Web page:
This article “How to spy on my husband’s cell phone without touching it” is wrong on so many levels it’s hard to pick a place to begin my critique. In short, the author is suggesting that wives should install spyware on their husband’s phones if they suspect there is something going on in their spouse’s life that they should know about.
It is such bad advice that I could end my comments there, but the author goes on to list a number of spyware packages and highly recommends mSpy. mSpy is part of a genre of spyware programs that all promise similar results; to enable you to access the target phone to read messages (included deleted messages), view visited websites and obtain the stored user credentials, access to their social media accounts, and GPS location records. Perhaps the most offensive feature is the ability to turn on the microphone of the target phone for remote monitoring. Awful…right?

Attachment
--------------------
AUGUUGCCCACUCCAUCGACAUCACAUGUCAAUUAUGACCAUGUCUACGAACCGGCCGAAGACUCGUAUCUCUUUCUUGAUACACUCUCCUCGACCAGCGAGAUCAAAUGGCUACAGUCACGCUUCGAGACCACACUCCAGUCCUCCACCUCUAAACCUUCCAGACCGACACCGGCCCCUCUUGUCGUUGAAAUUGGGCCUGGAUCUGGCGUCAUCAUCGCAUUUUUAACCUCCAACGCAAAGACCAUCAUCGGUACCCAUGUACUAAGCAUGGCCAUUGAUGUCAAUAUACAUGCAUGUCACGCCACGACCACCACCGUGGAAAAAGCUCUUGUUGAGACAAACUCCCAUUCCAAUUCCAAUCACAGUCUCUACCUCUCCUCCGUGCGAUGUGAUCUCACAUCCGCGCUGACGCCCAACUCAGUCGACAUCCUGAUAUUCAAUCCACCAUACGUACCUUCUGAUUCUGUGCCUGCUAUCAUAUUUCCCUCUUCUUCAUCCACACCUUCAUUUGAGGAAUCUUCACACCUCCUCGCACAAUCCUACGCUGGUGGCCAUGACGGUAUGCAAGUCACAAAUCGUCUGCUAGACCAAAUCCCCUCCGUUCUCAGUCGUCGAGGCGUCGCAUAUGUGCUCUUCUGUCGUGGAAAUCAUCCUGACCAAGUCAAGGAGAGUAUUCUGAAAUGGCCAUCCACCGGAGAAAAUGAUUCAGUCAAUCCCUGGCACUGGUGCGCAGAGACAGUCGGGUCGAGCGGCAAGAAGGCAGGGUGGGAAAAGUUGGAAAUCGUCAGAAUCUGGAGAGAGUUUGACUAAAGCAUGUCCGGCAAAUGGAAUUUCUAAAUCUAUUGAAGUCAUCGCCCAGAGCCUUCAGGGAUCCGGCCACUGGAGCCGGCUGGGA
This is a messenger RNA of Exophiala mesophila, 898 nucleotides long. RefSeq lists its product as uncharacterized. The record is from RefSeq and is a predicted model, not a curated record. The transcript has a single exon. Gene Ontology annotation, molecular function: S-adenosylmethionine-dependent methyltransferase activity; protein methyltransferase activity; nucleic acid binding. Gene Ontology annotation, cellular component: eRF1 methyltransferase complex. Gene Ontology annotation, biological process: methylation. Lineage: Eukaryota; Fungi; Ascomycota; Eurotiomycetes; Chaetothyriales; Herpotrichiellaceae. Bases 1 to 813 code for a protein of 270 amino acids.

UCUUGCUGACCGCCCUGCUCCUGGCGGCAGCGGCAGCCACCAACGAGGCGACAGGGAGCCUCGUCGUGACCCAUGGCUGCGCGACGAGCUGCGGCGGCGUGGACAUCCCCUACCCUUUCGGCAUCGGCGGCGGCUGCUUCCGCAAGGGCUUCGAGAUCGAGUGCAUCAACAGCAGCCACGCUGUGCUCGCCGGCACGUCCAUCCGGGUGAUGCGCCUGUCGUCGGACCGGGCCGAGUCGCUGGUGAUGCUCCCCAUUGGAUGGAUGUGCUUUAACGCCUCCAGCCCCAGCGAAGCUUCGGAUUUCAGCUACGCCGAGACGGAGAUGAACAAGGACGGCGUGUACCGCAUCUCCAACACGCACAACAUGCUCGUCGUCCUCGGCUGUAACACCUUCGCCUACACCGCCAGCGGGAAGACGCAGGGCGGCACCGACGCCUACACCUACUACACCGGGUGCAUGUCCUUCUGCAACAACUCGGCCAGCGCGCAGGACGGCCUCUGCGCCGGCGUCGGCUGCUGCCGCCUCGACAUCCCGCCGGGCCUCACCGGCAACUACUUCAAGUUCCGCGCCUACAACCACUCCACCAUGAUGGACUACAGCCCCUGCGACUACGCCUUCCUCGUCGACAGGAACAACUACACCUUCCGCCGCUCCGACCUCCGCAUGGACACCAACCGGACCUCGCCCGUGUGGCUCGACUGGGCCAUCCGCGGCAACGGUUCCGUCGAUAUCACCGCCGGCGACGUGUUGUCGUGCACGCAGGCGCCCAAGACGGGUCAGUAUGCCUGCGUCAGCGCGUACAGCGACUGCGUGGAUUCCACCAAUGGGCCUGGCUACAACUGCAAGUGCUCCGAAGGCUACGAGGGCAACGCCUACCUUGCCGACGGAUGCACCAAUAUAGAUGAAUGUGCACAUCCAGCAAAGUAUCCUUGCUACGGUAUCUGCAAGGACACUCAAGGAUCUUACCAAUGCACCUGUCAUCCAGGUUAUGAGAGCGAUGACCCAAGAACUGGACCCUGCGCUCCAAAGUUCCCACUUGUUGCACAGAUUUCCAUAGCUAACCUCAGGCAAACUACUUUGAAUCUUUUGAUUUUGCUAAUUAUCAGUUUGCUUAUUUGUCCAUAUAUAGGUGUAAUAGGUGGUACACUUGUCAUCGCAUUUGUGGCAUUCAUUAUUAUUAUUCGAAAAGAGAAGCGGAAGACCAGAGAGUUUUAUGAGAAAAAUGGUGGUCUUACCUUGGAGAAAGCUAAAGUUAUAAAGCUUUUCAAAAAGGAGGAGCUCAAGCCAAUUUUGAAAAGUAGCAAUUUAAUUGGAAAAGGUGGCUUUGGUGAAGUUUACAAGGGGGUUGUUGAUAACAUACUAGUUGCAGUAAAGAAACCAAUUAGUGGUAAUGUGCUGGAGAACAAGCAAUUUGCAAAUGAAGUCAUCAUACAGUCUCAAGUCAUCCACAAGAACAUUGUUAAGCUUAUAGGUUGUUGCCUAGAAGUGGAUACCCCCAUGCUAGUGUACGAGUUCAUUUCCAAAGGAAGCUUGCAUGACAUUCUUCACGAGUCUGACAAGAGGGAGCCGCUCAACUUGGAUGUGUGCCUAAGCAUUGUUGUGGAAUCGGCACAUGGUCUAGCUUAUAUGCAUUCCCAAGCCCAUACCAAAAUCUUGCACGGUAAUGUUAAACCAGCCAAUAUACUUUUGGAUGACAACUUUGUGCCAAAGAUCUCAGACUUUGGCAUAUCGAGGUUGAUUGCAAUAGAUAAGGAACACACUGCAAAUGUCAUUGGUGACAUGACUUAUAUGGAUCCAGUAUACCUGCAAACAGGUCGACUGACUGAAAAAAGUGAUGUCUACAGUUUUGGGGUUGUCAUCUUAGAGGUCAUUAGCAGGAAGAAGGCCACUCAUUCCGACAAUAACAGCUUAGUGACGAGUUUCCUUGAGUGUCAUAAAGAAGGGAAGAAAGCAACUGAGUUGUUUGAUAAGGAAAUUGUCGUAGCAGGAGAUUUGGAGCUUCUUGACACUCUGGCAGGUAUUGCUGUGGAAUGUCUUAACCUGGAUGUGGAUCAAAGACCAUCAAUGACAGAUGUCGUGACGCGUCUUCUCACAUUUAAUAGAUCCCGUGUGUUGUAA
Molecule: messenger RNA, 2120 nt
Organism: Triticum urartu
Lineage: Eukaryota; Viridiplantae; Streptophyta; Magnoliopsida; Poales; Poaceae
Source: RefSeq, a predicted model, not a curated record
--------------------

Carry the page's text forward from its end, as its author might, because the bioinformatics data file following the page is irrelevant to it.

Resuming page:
The manufacturers package there apps as parental tools to track the activity of their kids. That sounds somewhat noble, but it appears that all the applications also target suspicious wives / partners with the prospect of catching their cheating significant other.
It worth noting that McAfee flags all these sites as risky for keylogging and spam potential. Perusing the review sites shows a lot of disgruntled customers. It’s hard to say if the dissatisfaction comes from crappy software products or technology challenged end users. I do know that Google (Android) and Apple (iOS), are making it increasingly difficult for these types of programs to play.
The purpose of this article is less about bad software for misguided people than it is about reminding all of us of the potential of our devices to work against us. This is about smartphones, but it the argument holds true for all connected devices – from smart home gadgets to your smart watch.